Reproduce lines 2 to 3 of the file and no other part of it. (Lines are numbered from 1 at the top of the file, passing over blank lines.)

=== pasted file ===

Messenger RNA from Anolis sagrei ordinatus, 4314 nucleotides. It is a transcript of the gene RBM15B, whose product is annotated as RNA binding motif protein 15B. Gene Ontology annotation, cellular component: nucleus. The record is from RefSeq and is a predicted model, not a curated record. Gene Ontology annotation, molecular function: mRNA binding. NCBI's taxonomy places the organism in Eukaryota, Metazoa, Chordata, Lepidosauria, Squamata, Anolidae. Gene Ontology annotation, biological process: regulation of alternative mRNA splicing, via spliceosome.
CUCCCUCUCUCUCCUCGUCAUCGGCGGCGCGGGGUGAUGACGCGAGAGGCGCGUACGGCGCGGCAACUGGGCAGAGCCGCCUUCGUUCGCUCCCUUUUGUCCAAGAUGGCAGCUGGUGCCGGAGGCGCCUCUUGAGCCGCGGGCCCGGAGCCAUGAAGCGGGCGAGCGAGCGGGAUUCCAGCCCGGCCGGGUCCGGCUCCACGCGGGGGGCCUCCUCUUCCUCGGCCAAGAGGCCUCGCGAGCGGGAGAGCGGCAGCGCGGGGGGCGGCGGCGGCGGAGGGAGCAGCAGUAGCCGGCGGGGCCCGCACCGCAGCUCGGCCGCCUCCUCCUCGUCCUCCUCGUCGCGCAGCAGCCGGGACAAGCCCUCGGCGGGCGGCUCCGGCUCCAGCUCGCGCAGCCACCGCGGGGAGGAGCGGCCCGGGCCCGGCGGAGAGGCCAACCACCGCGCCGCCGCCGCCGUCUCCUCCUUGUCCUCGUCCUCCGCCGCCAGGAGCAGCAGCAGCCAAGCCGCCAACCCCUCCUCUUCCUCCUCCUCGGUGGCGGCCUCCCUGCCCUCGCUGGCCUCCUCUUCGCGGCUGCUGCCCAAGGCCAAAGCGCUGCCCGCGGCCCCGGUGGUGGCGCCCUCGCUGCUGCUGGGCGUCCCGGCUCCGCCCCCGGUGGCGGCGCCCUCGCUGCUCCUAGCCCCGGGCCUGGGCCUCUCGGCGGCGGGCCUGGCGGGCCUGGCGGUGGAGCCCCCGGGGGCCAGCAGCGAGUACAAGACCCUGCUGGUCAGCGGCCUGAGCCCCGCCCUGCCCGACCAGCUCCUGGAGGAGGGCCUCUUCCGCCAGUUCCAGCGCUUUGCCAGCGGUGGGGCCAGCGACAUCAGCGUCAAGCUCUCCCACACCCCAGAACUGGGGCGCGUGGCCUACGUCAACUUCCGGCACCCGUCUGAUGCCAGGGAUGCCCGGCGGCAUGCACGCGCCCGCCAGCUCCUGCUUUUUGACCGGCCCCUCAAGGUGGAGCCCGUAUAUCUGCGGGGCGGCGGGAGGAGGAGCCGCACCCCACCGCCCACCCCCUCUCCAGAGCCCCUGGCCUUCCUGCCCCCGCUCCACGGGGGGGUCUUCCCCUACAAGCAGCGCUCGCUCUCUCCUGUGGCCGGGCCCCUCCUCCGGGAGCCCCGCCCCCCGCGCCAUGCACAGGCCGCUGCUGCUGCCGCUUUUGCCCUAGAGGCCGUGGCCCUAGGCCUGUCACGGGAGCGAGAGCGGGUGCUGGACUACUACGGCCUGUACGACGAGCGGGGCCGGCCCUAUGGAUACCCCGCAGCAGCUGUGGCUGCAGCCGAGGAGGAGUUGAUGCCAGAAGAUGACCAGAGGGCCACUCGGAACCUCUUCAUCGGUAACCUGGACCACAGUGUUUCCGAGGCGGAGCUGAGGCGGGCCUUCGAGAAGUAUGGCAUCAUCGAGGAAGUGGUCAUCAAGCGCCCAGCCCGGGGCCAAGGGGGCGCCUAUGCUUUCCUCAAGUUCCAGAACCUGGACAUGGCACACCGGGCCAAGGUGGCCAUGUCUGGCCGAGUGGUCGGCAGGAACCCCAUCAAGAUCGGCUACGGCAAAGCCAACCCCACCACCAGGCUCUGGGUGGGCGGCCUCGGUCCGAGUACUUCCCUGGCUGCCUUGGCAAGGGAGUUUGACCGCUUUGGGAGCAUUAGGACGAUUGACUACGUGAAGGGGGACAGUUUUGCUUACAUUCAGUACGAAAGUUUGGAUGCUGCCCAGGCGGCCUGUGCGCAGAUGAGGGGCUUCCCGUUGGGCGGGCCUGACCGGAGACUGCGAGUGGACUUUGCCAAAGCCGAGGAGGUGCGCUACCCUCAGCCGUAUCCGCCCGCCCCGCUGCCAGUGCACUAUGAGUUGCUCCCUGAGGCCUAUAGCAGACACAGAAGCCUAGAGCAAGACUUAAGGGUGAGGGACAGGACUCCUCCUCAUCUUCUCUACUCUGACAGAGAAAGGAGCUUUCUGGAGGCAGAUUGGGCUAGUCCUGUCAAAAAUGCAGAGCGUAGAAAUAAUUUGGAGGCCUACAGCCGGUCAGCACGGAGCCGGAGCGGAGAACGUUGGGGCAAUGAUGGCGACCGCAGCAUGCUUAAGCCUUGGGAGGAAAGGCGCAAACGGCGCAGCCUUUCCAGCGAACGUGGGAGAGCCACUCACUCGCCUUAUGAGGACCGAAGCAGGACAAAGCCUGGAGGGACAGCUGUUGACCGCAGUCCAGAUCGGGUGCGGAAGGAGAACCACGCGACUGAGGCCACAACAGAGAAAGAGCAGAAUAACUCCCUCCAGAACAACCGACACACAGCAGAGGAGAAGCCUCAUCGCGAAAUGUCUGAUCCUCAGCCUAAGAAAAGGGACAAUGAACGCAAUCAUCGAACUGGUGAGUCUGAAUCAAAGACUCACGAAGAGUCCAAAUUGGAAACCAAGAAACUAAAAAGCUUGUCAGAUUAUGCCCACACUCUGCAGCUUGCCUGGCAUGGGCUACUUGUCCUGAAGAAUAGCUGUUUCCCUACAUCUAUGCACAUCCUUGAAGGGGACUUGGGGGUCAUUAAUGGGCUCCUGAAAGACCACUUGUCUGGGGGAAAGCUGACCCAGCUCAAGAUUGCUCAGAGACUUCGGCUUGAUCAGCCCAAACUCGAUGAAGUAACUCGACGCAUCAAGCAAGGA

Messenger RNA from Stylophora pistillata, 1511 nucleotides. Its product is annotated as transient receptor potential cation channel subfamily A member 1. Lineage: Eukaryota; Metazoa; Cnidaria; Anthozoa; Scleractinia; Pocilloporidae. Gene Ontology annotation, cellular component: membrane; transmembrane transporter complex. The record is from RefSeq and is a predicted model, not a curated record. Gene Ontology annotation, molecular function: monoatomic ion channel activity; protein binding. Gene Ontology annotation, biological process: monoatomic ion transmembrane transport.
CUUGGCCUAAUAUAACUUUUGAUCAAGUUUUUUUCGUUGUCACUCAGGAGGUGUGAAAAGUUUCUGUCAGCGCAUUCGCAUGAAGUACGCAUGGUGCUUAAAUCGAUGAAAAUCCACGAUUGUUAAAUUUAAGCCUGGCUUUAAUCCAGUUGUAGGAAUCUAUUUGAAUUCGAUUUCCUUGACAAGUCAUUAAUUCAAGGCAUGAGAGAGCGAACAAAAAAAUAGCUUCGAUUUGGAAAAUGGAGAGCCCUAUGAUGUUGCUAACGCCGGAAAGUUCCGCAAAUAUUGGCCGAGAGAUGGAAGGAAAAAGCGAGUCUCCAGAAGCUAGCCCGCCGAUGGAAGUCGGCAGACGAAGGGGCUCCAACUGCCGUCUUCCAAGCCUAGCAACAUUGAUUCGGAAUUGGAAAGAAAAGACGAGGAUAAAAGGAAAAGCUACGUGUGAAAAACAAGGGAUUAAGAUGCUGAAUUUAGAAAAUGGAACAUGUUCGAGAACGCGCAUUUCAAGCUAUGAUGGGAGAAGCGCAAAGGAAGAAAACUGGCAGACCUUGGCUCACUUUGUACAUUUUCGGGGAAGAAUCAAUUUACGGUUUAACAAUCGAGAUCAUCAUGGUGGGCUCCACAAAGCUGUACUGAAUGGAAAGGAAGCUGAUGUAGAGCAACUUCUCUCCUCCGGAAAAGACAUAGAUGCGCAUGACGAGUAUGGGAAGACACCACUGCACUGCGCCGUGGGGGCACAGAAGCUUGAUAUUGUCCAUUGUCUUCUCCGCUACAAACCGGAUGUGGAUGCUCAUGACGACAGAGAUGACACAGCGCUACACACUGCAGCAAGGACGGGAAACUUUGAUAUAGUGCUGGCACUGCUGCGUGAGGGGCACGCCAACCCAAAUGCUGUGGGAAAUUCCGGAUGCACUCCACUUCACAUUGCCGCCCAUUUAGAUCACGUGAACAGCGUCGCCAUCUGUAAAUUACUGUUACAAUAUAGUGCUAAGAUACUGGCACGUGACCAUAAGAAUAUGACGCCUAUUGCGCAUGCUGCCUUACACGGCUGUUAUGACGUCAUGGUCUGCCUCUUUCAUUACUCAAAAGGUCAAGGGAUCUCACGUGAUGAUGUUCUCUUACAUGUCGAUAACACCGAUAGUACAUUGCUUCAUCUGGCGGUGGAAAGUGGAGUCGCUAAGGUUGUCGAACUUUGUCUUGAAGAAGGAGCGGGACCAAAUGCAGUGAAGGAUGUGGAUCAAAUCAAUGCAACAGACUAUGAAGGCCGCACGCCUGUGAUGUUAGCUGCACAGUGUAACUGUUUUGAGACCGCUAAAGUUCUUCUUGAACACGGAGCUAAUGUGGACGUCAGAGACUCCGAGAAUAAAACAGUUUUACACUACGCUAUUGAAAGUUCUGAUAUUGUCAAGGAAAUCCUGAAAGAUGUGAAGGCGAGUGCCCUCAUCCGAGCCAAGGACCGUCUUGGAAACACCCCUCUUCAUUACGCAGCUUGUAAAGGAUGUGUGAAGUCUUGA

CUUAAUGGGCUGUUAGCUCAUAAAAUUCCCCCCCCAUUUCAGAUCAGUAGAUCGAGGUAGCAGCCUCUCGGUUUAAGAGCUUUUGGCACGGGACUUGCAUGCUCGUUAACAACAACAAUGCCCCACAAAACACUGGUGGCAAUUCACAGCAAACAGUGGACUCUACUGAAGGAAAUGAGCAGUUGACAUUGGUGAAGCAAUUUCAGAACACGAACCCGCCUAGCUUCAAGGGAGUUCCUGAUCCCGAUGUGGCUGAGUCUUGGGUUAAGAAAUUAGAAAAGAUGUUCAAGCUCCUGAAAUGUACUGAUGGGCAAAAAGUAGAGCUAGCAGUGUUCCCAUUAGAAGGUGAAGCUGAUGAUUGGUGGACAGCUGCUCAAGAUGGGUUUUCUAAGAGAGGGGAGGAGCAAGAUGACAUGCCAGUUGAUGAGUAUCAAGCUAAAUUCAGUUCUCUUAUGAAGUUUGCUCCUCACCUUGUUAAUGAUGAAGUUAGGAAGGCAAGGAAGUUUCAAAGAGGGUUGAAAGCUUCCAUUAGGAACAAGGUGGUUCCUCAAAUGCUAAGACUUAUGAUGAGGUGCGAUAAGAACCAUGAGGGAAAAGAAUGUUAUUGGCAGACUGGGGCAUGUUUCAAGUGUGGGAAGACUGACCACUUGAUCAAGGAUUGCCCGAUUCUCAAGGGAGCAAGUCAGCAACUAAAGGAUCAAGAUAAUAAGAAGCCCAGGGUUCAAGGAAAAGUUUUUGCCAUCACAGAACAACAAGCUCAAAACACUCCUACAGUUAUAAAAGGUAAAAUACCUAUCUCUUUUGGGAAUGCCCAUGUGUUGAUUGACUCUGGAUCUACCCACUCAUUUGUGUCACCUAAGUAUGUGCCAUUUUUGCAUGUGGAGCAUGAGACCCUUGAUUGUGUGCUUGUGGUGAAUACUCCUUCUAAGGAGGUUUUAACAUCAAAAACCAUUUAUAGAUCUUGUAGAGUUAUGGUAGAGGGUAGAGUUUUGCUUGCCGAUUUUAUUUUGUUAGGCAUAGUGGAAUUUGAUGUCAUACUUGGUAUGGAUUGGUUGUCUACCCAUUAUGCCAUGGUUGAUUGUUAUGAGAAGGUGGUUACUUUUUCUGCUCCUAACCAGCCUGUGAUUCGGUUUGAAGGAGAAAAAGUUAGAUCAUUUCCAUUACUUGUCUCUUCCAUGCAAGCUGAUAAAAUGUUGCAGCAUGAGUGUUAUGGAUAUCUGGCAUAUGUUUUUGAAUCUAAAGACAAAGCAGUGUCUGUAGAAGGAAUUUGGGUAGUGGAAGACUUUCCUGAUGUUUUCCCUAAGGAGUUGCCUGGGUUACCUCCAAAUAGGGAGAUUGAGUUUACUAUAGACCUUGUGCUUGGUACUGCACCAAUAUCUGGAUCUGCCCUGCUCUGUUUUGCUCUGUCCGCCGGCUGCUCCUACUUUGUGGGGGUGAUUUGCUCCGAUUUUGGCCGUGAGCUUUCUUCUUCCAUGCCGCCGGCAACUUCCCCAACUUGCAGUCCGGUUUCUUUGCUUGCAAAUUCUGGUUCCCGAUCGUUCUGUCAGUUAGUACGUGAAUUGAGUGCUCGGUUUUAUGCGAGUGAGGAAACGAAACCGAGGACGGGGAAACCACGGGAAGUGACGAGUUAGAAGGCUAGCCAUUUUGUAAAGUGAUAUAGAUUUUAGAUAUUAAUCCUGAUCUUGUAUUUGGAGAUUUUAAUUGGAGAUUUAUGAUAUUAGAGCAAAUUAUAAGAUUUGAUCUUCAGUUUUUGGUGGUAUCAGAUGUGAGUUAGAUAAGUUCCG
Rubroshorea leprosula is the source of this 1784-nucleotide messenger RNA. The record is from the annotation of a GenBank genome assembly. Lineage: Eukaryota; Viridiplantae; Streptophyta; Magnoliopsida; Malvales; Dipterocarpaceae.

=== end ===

CUCCCUCUCUCUCCUCGUCAUCGGCGGCGCGGGGUGAUGACGCGAGAGGCGCGUACGGCGCGGCAACUGGGCAGAGCCGCCUUCGUUCGCUCCCUUUUGUCCAAGAUGGCAGCUGGUGCCGGAGGCGCCUCUUGAGCCGCGGGCCCGGAGCCAUGAAGCGGGCGAGCGAGCGGGAUUCCAGCCCGGCCGGGUCCGGCUCCACGCGGGGGGCCUCCUCUUCCUCGGCCAAGAGGCCUCGCGAGCGGGAGAGCGGCAGCGCGGGGGGCGGCGGCGGCGGAGGGAGCAGCAGUAGCCGGCGGGGCCCGCACCGCAGCUCGGCCGCCUCCUCCUCGUCCUCCUCGUCGCGCAGCAGCCGGGACAAGCCCUCGGCGGGCGGCUCCGGCUCCAGCUCGCGCAGCCACCGCGGGGAGGAGCGGCCCGGGCCCGGCGGAGAGGCCAACCACCGCGCCGCCGCCGCCGUCUCCUCCUUGUCCUCGUCCUCCGCCGCCAGGAGCAGCAGCAGCCAAGCCGCCAACCCCUCCUCUUCCUCCUCCUCGGUGGCGGCCUCCCUGCCCUCGCUGGCCUCCUCUUCGCGGCUGCUGCCCAAGGCCAAAGCGCUGCCCGCGGCCCCGGUGGUGGCGCCCUCGCUGCUGCUGGGCGUCCCGGCUCCGCCCCCGGUGGCGGCGCCCUCGCUGCUCCUAGCCCCGGGCCUGGGCCUCUCGGCGGCGGGCCUGGCGGGCCUGGCGGUGGAGCCCCCGGGGGCCAGCAGCGAGUACAAGACCCUGCUGGUCAGCGGCCUGAGCCCCGCCCUGCCCGACCAGCUCCUGGAGGAGGGCCUCUUCCGCCAGUUCCAGCGCUUUGCCAGCGGUGGGGCCAGCGACAUCAGCGUCAAGCUCUCCCACACCCCAGAACUGGGGCGCGUGGCCUACGUCAACUUCCGGCACCCGUCUGAUGCCAGGGAUGCCCGGCGGCAUGCACGCGCCCGCCAGCUCCUGCUUUUUGACCGGCCCCUCAAGGUGGAGCCCGUAUAUCUGCGGGGCGGCGGGAGGAGGAGCCGCACCCCACCGCCCACCCCCUCUCCAGAGCCCCUGGCCUUCCUGCCCCCGCUCCACGGGGGGGUCUUCCCCUACAAGCAGCGCUCGCUCUCUCCUGUGGCCGGGCCCCUCCUCCGGGAGCCCCGCCCCCCGCGCCAUGCACAGGCCGCUGCUGCUGCCGCUUUUGCCCUAGAGGCCGUGGCCCUAGGCCUGUCACGGGAGCGAGAGCGGGUGCUGGACUACUACGGCCUGUACGACGAGCGGGGCCGGCCCUAUGGAUACCCCGCAGCAGCUGUGGCUGCAGCCGAGGAGGAGUUGAUGCCAGAAGAUGACCAGAGGGCCACUCGGAACCUCUUCAUCGGUAACCUGGACCACAGUGUUUCCGAGGCGGAGCUGAGGCGGGCCUUCGAGAAGUAUGGCAUCAUCGAGGAAGUGGUCAUCAAGCGCCCAGCCCGGGGCCAAGGGGGCGCCUAUGCUUUCCUCAAGUUCCAGAACCUGGACAUGGCACACCGGGCCAAGGUGGCCAUGUCUGGCCGAGUGGUCGGCAGGAACCCCAUCAAGAUCGGCUACGGCAAAGCCAACCCCACCACCAGGCUCUGGGUGGGCGGCCUCGGUCCGAGUACUUCCCUGGCUGCCUUGGCAAGGGAGUUUGACCGCUUUGGGAGCAUUAGGACGAUUGACUACGUGAAGGGGGACAGUUUUGCUUACAUUCAGUACGAAAGUUUGGAUGCUGCCCAGGCGGCCUGUGCGCAGAUGAGGGGCUUCCCGUUGGGCGGGCCUGACCGGAGACUGCGAGUGGACUUUGCCAAAGCCGAGGAGGUGCGCUACCCUCAGCCGUAUCCGCCCGCCCCGCUGCCAGUGCACUAUGAGUUGCUCCCUGAGGCCUAUAGCAGACACAGAAGCCUAGAGCAAGACUUAAGGGUGAGGGACAGGACUCCUCCUCAUCUUCUCUACUCUGACAGAGAAAGGAGCUUUCUGGAGGCAGAUUGGGCUAGUCCUGUCAAAAAUGCAGAGCGUAGAAAUAAUUUGGAGGCCUACAGCCGGUCAGCACGGAGCCGGAGCGGAGAACGUUGGGGCAAUGAUGGCGACCGCAGCAUGCUUAAGCCUUGGGAGGAAAGGCGCAAACGGCGCAGCCUUUCCAGCGAACGUGGGAGAGCCACUCACUCGCCUUAUGAGGACCGAAGCAGGACAAAGCCUGGAGGGACAGCUGUUGACCGCAGUCCAGAUCGGGUGCGGAAGGAGAACCACGCGACUGAGGCCACAACAGAGAAAGAGCAGAAUAACUCCCUCCAGAACAACCGACACACAGCAGAGGAGAAGCCUCAUCGCGAAAUGUCUGAUCCUCAGCCUAAGAAAAGGGACAAUGAACGCAAUCAUCGAACUGGUGAGUCUGAAUCAAAGACUCACGAAGAGUCCAAAUUGGAAACCAAGAAACUAAAAAGCUUGUCAGAUUAUGCCCACACUCUGCAGCUUGCCUGGCAUGGGCUACUUGUCCUGAAGAAUAGCUGUUUCCCUACAUCUAUGCACAUCCUUGAAGGGGACUUGGGGGUCAUUAAUGGGCUCCUGAAAGACCACUUGUCUGGGGGAAAGCUGACCCAGCUCAAGAUUGCUCAGAGACUUCGGCUUGAUCAGCCCAAACUCGAUGAAGUAACUCGACGCAUCAAGCAAGGA

Messenger RNA from Stylophora pistillata, 1511 nucleotides. Its product is annotated as transient receptor potential cation channel subfamily A member 1. Lineage: Eukaryota; Metazoa; Cnidaria; Anthozoa; Scleractinia; Pocilloporidae. Gene Ontology annotation, cellular component: membrane; transmembrane transporter complex. The record is from RefSeq and is a predicted model, not a curated record. Gene Ontology annotation, molecular function: monoatomic ion channel activity; protein binding. Gene Ontology annotation, biological process: monoatomic ion transmembrane transport.